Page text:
Garanimals Blog

Archive for the ‘money’ tag

September 19th, 2014 at 9:00 am

Making Money Through Consignment Sales

consignment

As kids grow up, you end up with a lot of extra clothing and items you won’t use anymore, but are still in excellent shape. One way to make some money to put towards new things is by selling your gently used clothing and other items at a consignment sale.  The ones I have participated in run in the fall and spring. I want to share a few tips to help prepare you for selling used items.

Hangers

Most sales ask you to provide hangers for your items. They do not typically return these, so you need to collect them throughout the year. I have a tote where I store hangers from when I purchase items. If I need other types or sizes, I recruit family and friends to save them also.

Collecting Clothing

I have two totes that are labeled Spring/Summer and Fall/Winter. I collect clothing each time I clean out the boys closets. As I put these items away, I make sure they are in good condition, with no stains, rips, or holes. I fold them neatly and store them until I am ready to sell. This also gives you time to make any repairs like loose buttons, frayed hems, etc.

Non-Clothing Items

Depending on the type of consignment sale, you can sell gently used toys, home decor, small appliances, bedding, etc. Everything should be in good working condition, clean, and show little to no wear. Make sure all pieces are kept together and are packaged efficiently if necessary.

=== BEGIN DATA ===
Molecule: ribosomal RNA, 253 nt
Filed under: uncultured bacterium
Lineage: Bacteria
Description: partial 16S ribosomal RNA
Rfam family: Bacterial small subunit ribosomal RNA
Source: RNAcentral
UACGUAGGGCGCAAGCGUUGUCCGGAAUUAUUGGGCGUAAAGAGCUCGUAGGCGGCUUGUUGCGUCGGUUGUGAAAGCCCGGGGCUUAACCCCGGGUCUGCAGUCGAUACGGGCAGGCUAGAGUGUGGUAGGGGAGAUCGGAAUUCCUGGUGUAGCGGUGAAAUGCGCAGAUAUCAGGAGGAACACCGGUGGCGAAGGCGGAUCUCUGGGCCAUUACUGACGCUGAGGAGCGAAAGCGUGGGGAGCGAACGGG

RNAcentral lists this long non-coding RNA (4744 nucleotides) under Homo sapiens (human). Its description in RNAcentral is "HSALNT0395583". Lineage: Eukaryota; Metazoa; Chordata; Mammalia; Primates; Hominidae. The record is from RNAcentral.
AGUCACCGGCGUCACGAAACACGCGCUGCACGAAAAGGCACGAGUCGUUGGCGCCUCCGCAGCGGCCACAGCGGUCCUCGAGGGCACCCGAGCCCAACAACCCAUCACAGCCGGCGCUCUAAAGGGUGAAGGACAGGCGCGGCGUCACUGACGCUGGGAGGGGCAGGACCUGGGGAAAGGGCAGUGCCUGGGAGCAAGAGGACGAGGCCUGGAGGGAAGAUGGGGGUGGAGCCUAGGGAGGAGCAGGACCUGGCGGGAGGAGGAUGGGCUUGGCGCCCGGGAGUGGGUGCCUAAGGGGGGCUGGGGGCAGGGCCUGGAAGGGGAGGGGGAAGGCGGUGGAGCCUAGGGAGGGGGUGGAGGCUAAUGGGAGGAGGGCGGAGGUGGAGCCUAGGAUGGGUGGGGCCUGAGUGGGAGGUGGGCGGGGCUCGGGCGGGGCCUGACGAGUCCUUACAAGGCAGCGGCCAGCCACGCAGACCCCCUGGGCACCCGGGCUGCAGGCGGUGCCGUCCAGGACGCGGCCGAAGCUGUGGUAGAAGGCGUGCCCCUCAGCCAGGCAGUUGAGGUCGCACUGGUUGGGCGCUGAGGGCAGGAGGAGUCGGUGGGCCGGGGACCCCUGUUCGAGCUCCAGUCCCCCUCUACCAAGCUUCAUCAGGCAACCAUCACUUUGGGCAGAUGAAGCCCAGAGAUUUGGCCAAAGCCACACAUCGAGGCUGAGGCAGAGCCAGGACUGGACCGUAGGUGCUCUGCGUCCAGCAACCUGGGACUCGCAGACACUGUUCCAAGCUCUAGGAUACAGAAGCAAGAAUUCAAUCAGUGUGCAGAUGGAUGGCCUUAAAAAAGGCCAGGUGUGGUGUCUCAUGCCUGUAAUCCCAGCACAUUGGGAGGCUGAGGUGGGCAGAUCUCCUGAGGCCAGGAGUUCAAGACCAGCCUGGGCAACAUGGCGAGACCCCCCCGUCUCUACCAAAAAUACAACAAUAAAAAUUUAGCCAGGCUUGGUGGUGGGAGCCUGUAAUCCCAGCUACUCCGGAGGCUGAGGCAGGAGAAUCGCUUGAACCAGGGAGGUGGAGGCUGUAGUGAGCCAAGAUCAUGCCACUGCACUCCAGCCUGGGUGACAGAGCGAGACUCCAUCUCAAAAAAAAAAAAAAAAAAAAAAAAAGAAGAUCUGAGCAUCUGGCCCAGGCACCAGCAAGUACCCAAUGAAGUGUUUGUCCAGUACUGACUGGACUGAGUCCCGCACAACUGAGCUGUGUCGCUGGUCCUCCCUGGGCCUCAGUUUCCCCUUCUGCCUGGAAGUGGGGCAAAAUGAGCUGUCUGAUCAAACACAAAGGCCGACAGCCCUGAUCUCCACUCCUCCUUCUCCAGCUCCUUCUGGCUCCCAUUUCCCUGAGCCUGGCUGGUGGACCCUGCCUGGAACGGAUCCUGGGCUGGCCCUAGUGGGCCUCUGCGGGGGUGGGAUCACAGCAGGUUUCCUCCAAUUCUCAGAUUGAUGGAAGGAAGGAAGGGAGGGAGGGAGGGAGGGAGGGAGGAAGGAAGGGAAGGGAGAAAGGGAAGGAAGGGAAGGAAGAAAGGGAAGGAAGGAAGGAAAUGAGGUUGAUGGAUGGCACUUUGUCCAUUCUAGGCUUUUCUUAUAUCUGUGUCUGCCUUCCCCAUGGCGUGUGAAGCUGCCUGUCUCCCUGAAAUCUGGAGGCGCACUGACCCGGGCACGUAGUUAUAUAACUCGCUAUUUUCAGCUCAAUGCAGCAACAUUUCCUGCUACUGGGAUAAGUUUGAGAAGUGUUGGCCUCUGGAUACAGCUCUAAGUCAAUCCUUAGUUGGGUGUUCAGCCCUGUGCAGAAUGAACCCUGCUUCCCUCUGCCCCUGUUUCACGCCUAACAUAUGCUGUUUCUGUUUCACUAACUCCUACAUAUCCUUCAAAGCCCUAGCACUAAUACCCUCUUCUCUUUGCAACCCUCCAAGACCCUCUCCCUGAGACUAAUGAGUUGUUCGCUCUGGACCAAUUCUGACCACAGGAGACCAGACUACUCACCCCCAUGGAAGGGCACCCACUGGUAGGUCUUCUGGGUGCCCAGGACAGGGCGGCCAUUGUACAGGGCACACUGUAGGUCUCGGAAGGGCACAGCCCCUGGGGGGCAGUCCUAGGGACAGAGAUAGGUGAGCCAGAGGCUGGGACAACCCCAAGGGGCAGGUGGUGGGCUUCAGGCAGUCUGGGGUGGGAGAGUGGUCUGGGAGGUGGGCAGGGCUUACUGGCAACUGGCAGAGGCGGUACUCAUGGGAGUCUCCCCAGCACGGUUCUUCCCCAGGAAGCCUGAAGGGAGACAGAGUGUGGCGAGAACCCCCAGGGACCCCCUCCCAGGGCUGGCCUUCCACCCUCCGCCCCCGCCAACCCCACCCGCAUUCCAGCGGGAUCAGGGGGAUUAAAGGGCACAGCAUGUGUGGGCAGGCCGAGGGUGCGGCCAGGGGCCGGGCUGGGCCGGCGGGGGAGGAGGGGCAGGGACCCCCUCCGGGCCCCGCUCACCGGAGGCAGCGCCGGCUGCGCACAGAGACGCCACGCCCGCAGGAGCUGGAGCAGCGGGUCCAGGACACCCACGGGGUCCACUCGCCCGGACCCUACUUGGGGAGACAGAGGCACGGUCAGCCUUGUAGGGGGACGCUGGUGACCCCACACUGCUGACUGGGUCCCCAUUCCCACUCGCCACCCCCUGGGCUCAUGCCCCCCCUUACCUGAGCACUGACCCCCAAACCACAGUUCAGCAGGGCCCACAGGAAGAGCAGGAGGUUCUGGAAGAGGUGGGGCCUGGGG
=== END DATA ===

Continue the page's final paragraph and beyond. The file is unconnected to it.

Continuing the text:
Tagging and Pricing

Each consignment sale has different rules on how to tag and attach pricing to your items. Make sure to use enough details in your tag descriptions so that items and tags can be matched up if they are separated. A good rule for setting pricing is by determining what is approximately 25-50% of what the item originally retailed for. Be sure to get all the details on any pricing requirements or suggestions from the person who handles the sale coordination.

A Good Set of Tools

Here are a few things that help me in my preparations:

  • Good Scissors
  • Masking Tape
  • Decent Pen
  • Black Sharpie
  • Batteries (Everything that runs on batteries needs fresh batteries or it won’t be accepted)
  • Screwdrivers
  • Cleaning Wipes
  • Goo Gone
  • Baggies (in various sizes)

Donate What You Can’t Sell

It’s a nice gesture to donate what you don’t end up selling, and you will keep house clutter to a minimum, allowing for more storage for new items you may need.

Happy selling!

Pin It

August 4th, 2014 at 10:10 am

Organizing Your Finances

Managing Your Finances

Wouldn’t you like to stop worrying about your finances? Making a plan and getting organized will help you understand your financial situation and lower your stress. I am constantly amazed at how many people find a budget so difficult to manage. Even people with an endless income can use a budget to manage their money and keep track of their spending and saving.

Here are some ways to get organized in the money department:

Create a budget. List all the different categories that you may spend money on. I like to get more specific but others do well with general categories. Take control of your money and assign realistic amounts to each category. Pay attention to categories that you have some control over and can use coupons or specials savings on ~ Eating out, groceries, utilities, and clothing.